What we have done is dealing with 1st order Markov Chains, in which we only focuses on predicting the next state dependent on only 1 previous state. In Markov Chains, we can predict a next state dependent on other m previous states, where m >= 2.

Assume that in time S(t), the state is Sunny, and we want to predict the state after m where m = 4. To predict the state after m, we need to find S(t + 4), which depends on S(t + 1), S(t + 2), (t + 3), which are unknowns to us.

To derive the solution, we need to solve the lower states at first.T MatrixAfter Substitution,

T Matrix

Higher order Markov Chains has many real-life examples such as predicting the weather for the upcoming days or weeks.


Hidden Markov Models

Practically, it may be hard to access the patterns or classes that we want to predict, from the previous example (weather), there could be some difficulties to obtain the directly the weather’s states (Hidden states), instead, you can predict the weather state through some indicators (Visible states).

Assume that you have a friend that is always badly affected by the weather state, and these effects are visible to you which may be Flu, Fever or Dry, and the weather states are Sunny, Cloudy or Rainy. Our target is to predict the weather state using the visible states.

Markov Chains can’t be used in this situation because it deals directly with the predictable states which aren’t visible for us now, so, it was necessary to develop another variant of Markov Chains that use the visible states to predict the hidden states.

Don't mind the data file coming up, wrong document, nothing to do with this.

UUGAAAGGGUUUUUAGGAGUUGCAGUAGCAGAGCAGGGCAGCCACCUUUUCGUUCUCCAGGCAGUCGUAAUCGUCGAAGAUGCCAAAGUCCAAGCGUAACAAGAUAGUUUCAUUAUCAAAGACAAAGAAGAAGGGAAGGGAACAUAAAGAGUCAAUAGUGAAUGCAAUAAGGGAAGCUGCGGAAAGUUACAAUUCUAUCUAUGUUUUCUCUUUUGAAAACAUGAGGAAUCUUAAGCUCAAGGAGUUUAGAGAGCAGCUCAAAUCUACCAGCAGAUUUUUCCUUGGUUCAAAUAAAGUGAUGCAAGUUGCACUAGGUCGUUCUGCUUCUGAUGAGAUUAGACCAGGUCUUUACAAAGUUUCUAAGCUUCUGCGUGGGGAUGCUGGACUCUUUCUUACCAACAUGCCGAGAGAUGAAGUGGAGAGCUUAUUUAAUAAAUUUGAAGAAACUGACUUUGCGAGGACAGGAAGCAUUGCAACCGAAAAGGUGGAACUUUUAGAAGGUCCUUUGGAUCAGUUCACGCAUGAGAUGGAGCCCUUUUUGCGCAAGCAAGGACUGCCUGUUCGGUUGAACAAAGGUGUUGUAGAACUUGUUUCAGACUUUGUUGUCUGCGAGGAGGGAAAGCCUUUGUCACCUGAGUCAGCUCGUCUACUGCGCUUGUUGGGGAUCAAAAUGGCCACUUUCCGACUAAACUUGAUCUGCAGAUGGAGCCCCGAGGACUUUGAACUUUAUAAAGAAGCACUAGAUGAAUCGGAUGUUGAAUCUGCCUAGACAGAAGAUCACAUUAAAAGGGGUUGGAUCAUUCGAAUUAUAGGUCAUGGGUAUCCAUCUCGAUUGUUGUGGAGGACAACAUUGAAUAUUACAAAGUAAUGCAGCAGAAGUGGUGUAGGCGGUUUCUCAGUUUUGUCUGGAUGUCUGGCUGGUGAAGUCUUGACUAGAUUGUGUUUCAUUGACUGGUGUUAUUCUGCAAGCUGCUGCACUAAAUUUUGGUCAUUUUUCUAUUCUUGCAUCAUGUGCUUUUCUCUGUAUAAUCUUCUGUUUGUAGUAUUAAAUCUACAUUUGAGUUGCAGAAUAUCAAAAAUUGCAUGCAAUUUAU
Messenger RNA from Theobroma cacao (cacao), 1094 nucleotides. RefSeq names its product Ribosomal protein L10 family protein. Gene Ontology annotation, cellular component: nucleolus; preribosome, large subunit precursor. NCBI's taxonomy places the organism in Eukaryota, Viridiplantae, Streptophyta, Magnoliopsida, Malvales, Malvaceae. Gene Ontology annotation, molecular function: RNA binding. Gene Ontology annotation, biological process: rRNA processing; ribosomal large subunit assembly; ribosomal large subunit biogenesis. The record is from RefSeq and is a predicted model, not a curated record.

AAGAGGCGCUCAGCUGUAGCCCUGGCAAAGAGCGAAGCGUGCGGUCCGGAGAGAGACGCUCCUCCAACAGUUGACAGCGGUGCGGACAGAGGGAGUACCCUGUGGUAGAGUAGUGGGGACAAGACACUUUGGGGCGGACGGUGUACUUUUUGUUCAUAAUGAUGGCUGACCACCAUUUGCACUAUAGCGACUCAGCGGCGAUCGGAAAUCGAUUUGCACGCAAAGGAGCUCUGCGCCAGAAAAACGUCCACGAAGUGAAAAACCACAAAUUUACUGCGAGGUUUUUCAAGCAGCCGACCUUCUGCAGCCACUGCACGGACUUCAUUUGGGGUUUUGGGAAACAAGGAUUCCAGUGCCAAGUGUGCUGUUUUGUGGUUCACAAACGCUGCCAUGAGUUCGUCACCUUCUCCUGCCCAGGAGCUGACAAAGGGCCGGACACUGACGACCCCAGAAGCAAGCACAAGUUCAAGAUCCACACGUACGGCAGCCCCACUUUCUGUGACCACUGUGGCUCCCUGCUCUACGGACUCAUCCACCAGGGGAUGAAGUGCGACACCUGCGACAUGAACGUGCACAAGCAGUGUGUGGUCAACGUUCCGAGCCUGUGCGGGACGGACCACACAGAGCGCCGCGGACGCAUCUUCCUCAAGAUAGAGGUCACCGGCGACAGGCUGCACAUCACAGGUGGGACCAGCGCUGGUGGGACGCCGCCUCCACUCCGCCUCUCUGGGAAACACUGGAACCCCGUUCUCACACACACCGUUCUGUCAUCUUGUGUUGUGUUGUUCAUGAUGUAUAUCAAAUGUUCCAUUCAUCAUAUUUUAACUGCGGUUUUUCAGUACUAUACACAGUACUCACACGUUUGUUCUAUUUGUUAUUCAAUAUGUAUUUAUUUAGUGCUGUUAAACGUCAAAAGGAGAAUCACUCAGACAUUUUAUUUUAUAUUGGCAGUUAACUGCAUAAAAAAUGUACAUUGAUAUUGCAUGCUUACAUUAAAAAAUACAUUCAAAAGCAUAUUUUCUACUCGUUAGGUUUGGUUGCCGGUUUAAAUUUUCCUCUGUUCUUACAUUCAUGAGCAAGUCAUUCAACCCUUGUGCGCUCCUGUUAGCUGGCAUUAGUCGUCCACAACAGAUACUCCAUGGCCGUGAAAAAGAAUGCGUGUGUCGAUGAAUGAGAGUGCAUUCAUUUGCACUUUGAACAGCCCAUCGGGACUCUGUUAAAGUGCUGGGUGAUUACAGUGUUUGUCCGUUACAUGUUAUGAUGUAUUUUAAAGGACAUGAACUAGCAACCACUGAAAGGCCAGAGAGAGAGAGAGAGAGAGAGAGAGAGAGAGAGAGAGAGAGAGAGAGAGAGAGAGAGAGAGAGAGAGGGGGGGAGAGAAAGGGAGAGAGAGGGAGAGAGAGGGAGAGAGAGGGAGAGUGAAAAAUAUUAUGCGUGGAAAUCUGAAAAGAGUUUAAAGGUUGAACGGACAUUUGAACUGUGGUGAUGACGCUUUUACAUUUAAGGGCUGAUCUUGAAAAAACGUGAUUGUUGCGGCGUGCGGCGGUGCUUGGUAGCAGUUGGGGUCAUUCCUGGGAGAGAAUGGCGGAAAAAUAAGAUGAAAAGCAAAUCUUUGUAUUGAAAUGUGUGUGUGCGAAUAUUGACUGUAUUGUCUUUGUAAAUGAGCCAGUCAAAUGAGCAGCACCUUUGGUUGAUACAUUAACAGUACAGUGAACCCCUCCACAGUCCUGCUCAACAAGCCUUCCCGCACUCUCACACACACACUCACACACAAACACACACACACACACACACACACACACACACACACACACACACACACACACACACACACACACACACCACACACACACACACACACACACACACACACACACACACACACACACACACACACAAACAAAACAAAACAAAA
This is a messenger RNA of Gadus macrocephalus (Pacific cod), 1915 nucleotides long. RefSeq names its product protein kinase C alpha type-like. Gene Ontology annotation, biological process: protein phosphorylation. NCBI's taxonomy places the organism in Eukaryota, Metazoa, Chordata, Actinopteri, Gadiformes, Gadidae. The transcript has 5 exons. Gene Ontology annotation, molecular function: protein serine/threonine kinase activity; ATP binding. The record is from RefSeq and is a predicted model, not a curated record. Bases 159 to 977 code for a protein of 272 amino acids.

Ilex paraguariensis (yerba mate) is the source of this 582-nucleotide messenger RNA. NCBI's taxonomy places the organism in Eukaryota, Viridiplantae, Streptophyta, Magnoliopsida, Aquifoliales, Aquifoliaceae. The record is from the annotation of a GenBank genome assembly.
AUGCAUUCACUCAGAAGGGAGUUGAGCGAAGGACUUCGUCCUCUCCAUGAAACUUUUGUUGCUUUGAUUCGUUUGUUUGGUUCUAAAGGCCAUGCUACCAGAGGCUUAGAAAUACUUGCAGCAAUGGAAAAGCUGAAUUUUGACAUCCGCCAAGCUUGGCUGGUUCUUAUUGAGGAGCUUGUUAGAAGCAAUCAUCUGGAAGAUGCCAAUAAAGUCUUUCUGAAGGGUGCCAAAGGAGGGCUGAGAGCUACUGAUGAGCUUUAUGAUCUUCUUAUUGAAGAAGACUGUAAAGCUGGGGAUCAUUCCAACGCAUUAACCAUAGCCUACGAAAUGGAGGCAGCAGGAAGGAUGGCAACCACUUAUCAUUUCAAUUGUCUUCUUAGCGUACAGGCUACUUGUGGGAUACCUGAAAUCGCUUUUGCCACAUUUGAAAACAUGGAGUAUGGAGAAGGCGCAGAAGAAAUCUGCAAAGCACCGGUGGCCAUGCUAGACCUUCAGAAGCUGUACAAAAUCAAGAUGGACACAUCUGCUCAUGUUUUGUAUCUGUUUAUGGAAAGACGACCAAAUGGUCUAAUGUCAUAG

Structure

HMM1

Figure 2

The above figure shows a Hidden Markov Model that consists of 3 visible states {Fever, Flu, Dry}, 3 hidden states {Sunny, Rainy, Cloudy}. We need now to extract information from this model.

The start state is the current state of the system, all the system know now is that the next state will be more likely Sunny because the transition probability between the start state and the predictable states {Rainy, Sunny, Cloudy} are {0.3, 0.4, 0.3} respectively which indicates that the next state will be more likely Sunny as an initial prediction.

Hidden states are connected with each other through transitions called Transition Probabilities which indicates the change of state in the next time. For example, if we are now in Sunny state, there is a 0.3 probability that the next state will be Rainy, if we are in state Rainy, the next state will be Cloudy with probability of 0.7. Note that the sum of out-degrees of a state should be equal to 1.

Hidden states are connected with the visible or observed states through Emission Probabilities which indicates that what your friend’s health state given the weather state. For example if the state Sunny your friend will be most likely feels Dry with probability of 0.6 and Fever with 0.4. Note that the sum the out-degrees shall also be equal to 1.


Why using HMMs?

Hidden Markov Models are very powerful technique that are used in sequential prediction and structured like weather prediction, also, HMMs shines in speech recognition and pattern recognition applications such as handwritten recognition, machine translation and language detection which all are based on sequences of signals or words.

Mainly, HMMs are used to solve 3 problems:-

  • Observations Probability Estimation
    – Given a model like above, observations, hidden states, transition probabilities and emission probabilities, estimate the probability of observation sequence given the model.
  • Optimal Hidden State Sequence